HANOI, June 14 (Xinhua) -- Vietnam's economic prospects improved further, with gross domestic product (GDP) projected to expand by 6.8 percent in 2018, the World Bank (WB) said in its latest economic update for Vietnam.
The Vietnamese economy's recent growth was driven by a cyclical increase in global demand as well as a recovery of foreign direct investment (FDI) and investment in private sector, and an ongoing shift of labor away from agriculture into more productive manufacturing and service sectors, according to the WB's Taking Stock released on Thursday in Vietnam's capital Hanoi.
"Vietnam's high economic growth in 2017 and in the first quarter of 2018 is impressive and gives the country a firm foundation to move forward," said Ousmane Dione, the WB country director for Vietnam.
Vietnam's real GDP is projected to expand by 6.8 percent this year, up from 6.5 percent in the WB's previous forecast, before moderating to 6.6 percent in 2019 and 6.5 percent in 2020, due to an expected slowdown in global demand, according to the WB's latest forecast.
The country's inflation is expected to remain around the 4-percent government target. The current account balance is projected to remain in surplus, but could start narrowing next year, the WB said.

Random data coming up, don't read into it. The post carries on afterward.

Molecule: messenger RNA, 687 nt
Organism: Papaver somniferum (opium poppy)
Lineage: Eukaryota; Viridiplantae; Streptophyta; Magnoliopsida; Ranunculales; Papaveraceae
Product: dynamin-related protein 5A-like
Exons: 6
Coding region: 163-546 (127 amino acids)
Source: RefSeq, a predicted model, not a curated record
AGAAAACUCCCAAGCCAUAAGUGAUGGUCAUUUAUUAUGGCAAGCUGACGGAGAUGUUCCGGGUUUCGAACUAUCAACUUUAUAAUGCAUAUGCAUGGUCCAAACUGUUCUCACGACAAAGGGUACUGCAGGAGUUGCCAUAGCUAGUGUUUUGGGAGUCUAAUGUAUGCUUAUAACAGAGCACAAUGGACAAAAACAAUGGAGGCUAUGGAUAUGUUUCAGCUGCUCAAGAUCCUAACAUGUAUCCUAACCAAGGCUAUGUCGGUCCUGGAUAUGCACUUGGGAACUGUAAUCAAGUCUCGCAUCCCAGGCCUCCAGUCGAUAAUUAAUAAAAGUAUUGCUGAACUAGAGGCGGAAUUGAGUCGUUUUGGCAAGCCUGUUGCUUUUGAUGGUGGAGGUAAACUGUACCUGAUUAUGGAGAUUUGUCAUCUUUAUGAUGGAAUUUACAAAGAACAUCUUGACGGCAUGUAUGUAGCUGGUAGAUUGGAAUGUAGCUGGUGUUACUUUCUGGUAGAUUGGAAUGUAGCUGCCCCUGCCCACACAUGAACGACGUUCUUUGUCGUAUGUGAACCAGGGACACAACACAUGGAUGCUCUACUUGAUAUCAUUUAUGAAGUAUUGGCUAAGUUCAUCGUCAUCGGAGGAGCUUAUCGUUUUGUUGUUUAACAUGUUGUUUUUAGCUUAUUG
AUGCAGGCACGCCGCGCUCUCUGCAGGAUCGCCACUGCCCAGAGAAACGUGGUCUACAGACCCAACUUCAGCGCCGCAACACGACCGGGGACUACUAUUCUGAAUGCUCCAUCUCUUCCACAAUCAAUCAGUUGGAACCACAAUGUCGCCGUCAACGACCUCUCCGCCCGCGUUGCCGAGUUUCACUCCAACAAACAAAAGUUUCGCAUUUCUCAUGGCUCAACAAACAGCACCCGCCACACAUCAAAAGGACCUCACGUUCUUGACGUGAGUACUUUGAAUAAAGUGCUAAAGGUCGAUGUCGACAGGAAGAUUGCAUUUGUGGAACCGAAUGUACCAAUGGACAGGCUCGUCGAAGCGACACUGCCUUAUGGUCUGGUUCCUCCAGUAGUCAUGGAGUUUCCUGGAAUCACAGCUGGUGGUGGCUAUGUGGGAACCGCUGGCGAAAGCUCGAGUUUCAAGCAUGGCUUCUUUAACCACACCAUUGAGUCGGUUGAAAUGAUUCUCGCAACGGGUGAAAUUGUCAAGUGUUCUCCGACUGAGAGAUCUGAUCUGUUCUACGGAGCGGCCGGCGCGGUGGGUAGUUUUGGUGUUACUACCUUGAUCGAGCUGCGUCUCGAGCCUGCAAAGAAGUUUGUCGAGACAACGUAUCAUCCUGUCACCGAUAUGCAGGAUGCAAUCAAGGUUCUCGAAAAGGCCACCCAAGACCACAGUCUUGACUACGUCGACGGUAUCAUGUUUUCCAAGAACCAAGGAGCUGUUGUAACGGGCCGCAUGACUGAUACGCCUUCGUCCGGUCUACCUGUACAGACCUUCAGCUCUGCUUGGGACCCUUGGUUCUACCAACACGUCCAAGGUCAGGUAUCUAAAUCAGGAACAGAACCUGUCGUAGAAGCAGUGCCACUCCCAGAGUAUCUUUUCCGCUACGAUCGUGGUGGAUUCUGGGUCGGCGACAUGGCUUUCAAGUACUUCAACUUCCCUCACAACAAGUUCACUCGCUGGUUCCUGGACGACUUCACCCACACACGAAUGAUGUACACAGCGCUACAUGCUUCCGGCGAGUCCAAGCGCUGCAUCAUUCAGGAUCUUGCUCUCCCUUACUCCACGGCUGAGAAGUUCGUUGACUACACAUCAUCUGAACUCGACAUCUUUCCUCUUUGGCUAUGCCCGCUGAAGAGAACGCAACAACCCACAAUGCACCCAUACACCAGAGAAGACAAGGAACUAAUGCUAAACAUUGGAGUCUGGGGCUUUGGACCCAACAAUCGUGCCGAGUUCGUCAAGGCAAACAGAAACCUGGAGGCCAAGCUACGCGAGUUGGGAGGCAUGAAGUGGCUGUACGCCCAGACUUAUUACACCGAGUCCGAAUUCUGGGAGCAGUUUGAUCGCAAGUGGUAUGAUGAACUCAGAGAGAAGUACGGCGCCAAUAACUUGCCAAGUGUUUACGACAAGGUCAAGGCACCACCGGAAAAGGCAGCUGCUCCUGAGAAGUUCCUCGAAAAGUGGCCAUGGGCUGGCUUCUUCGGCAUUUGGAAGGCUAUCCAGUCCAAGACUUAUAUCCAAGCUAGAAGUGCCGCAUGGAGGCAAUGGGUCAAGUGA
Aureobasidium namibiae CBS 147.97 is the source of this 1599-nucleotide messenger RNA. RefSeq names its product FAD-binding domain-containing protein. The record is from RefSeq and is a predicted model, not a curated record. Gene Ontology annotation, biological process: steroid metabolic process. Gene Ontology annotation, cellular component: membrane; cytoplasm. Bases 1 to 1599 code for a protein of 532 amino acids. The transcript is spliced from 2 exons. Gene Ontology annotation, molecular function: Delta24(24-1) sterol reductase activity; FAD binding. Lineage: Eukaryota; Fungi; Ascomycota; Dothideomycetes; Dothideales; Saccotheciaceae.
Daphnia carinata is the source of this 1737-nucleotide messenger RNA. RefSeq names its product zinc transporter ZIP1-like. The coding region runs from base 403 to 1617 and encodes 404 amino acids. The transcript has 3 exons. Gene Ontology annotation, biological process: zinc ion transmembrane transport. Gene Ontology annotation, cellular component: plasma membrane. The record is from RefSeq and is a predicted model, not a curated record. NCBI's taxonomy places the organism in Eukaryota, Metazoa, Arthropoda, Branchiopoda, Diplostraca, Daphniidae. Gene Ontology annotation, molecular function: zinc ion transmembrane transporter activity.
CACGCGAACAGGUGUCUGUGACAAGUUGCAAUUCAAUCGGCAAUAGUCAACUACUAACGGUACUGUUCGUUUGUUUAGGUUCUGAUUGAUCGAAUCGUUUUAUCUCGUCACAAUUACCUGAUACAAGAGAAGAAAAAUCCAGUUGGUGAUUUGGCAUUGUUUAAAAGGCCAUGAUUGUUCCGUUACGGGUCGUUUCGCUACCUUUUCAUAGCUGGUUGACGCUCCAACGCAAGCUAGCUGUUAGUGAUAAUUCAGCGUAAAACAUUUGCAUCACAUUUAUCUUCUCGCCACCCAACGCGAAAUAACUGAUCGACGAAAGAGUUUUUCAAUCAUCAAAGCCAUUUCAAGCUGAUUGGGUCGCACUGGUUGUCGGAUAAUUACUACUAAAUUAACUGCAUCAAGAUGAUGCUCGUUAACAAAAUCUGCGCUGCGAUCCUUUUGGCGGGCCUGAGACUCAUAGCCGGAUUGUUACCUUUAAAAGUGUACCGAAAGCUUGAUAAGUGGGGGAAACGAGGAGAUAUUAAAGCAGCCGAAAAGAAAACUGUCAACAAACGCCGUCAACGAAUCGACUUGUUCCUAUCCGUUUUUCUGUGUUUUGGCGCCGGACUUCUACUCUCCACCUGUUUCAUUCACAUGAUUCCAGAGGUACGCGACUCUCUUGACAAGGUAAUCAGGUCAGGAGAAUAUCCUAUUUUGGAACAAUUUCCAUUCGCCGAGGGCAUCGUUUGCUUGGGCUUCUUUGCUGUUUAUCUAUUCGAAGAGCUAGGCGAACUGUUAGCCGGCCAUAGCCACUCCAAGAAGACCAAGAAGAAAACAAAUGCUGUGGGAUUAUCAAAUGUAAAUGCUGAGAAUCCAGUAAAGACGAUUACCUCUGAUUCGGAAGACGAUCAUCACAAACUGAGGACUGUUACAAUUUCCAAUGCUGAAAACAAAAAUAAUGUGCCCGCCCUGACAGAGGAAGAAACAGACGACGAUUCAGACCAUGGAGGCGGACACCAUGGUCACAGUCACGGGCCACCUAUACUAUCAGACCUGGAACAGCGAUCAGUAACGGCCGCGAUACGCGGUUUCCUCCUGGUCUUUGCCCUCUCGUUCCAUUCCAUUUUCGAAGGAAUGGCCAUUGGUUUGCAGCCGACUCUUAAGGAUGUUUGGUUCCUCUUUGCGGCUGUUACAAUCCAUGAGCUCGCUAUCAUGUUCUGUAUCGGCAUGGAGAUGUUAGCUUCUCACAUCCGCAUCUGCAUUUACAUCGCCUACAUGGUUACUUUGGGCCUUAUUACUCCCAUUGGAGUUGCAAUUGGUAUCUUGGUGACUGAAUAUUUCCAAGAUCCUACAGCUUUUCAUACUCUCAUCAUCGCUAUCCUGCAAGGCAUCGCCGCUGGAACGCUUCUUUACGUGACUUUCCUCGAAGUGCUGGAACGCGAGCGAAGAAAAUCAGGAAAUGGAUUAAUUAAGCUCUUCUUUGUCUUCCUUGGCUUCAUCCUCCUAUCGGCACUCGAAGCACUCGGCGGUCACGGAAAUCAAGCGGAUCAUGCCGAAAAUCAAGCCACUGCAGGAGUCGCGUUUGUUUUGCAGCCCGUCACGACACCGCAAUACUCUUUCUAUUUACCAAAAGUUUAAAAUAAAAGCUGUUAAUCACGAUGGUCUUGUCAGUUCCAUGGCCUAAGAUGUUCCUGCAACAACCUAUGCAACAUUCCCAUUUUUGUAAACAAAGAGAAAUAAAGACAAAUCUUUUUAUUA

Despite improved short-term prospects, risks remain significant. Domestically, slower progress in restructuring state-owned enterprises and banking sectors could adversely impact the macro-financial situation, undermine growth prospects, and create large public-sector liabilities, according to the bank.
External risks include escalating trade protectionism and monetary tightening, among others.
Vietnam is taking synchronous measures to achieving the targets of posting GDP growth of over 6.7 percent this year, according to a government report recently presented at the ongoing 5th session of Vietnam's 14th National Assembly, the country's top legislature.
Vietnam's top legislature targeted GDP growth of 6.5-6.7 percent in 2018. The growth rate was 6.81 percent in 2017.